Joe Berlinger and Bruce Sinofsky

From Wikipedia
Jump to navigation Jump to search
Joe Berlinger &
Bruce Sinofsky
Born (1961-10-30) October 30, 1961 (age 58) (Berlinger)
(1956-03-31) March 31, 1956 (age 64) (Sinofsky)
Boca Raton, Florida (Berlinger)
Boston, Massachusetts (Sinofsky)

Joe Berlinger (born 30 October 1961) and Bruce Sinofsky (born 31 March 1956) are a team of American documentary filmmakers that have received large critical acclaim and cult-fame since their debut true-crime film, Brother's Keeper (1992)

The West Memphis Three[edit]

Originally intended to be a movie about "three guilty teenagers on trial for murder",[1] Sinofsky and Berlinger soon realized that their film, Paradise Lost which chronicled the murders of three 8-year old boys, Stephen Branch, Christopher Byers, and Michael Moore in rural Arkansas], eventually became about the fear and panic of satanism, along with questionable police work that lead to the arrests and convictions of three teenagers, Damien Echols, Jason Baldwin, and Jessie Miskelley; otherwise known as the West Memphis Three. Since its 1996 premier on HBO, the film has been largely responsible for the widespread support of the convicted men who were released from prison on August 19, 2011. Many believe that the three were convicted entirely on their peculiar personalities and choices in fashion and music.

The first film, being a more objective endeavor, had a follow up on the case titled Paradise Lost 2: Revelations which revealed more evidence and findings that intended to further prove the innocence of Baldwin, Echols, and Misskelley.

Citing other documentary films such as Errol Morris's crime film, The Thin Blue Line (1988), Berlinger and Sinofsky's intentions were to "have a more dramatic result"[2] with the Paradise Lost films by having the men exonerated from prison.

At the time of the trials the convicted men were fans of the hard rock band Metallica. Looking for music their film, Berlinger and Sinofsky asked the band. Metallica, who at the time were notorious for not allowing their music to be used in films, allowed the filmmakers to use their music for free in both of the Paradise Lost films.[3] These meetings created a friendship between the filmmakers and band and would lead to their eventual 2004 film, Some Kind of Monster.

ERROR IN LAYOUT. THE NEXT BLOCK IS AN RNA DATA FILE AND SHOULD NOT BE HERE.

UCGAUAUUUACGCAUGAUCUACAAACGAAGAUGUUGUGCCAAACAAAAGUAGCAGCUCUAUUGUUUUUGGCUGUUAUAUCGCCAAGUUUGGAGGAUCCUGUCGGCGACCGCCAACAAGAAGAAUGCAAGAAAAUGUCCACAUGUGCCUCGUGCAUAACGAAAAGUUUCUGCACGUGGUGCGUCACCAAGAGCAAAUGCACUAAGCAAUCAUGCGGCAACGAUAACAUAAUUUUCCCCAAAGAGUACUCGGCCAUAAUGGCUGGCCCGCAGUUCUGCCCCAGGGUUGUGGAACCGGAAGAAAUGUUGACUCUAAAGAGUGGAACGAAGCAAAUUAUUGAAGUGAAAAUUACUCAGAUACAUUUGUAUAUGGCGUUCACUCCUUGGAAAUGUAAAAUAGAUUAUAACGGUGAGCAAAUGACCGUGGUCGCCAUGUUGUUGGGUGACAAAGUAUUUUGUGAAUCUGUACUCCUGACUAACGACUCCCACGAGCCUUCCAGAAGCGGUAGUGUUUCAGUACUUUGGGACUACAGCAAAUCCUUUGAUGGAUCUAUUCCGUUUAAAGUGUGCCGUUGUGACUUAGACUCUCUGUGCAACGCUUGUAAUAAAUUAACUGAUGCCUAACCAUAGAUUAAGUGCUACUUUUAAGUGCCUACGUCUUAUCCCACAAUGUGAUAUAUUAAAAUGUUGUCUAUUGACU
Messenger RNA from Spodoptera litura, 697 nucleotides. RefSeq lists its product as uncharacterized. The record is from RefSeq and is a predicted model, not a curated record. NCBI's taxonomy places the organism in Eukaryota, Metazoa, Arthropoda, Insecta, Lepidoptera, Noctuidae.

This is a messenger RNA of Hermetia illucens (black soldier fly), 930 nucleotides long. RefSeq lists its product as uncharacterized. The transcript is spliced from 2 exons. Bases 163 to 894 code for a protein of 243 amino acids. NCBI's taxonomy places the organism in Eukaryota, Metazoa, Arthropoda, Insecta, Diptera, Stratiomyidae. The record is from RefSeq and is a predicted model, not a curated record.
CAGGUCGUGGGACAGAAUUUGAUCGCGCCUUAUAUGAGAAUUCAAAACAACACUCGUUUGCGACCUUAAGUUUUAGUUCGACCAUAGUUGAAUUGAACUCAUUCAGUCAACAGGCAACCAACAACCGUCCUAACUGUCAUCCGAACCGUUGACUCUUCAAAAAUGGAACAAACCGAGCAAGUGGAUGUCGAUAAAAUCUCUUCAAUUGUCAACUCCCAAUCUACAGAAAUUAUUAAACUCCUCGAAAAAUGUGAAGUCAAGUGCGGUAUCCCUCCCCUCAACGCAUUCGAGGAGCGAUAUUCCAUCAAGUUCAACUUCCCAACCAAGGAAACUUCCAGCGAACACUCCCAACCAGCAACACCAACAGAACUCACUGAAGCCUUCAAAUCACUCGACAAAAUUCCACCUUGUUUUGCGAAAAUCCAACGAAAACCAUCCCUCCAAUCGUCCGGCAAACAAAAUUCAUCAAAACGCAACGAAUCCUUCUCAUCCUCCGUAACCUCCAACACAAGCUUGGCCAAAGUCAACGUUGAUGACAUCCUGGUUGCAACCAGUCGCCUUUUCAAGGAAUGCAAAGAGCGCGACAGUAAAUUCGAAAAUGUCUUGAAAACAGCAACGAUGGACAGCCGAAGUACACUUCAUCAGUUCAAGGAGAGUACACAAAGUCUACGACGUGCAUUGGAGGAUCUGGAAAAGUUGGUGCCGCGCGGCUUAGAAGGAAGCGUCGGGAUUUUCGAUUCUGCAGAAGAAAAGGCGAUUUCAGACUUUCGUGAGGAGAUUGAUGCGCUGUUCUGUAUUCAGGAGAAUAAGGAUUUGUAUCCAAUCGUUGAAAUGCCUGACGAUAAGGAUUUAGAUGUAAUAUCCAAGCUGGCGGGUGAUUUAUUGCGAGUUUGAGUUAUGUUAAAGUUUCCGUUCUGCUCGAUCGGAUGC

Filmography[edit]

Year Film Credited as
Directors Producers Editors
1992 Brother's Keeper Yes Yes Yes
1992 Terminal Bliss (Only Bruce Sinofsky) No No Yes
1996 Paradise Lost: The Child Murders at Robin Hood Hills Yes Yes Yes
1998 Where It's At: The Rolling Stone State of the Union (TV Movie) Yes Yes No
2000 Paradise Lost 2: Revelations Yes Yes No
2000 Book of Shadows: Blair Witch 2 (Only Joe Berlinger) Yes No No
2001 Good Rockin' Tonight (Only Bruce Sinofsky) Yes Yes No
2003 Hollywood High (Only Bruce Sinofsky) Yes Yes No
2004 Some Kind of Monster Yes Yes No
2009 Crude (Only Joe Berlinger) Yes Yes No
2011 Paradise Lost 3: Purgatory Yes Yes No

See also[edit]

References[edit]

  1. ^ Joe Berlinger from Some Kind of Monster: The Film maker's Audio Commentary (2004)
  2. ^ Leveritt, Mara. Devil's Knot: The True Story of the West Memphis Three. 2002. Pg. 319
  3. ^ http://www.mtv.com/news/articles/1432105/19980528/metallica.jhtml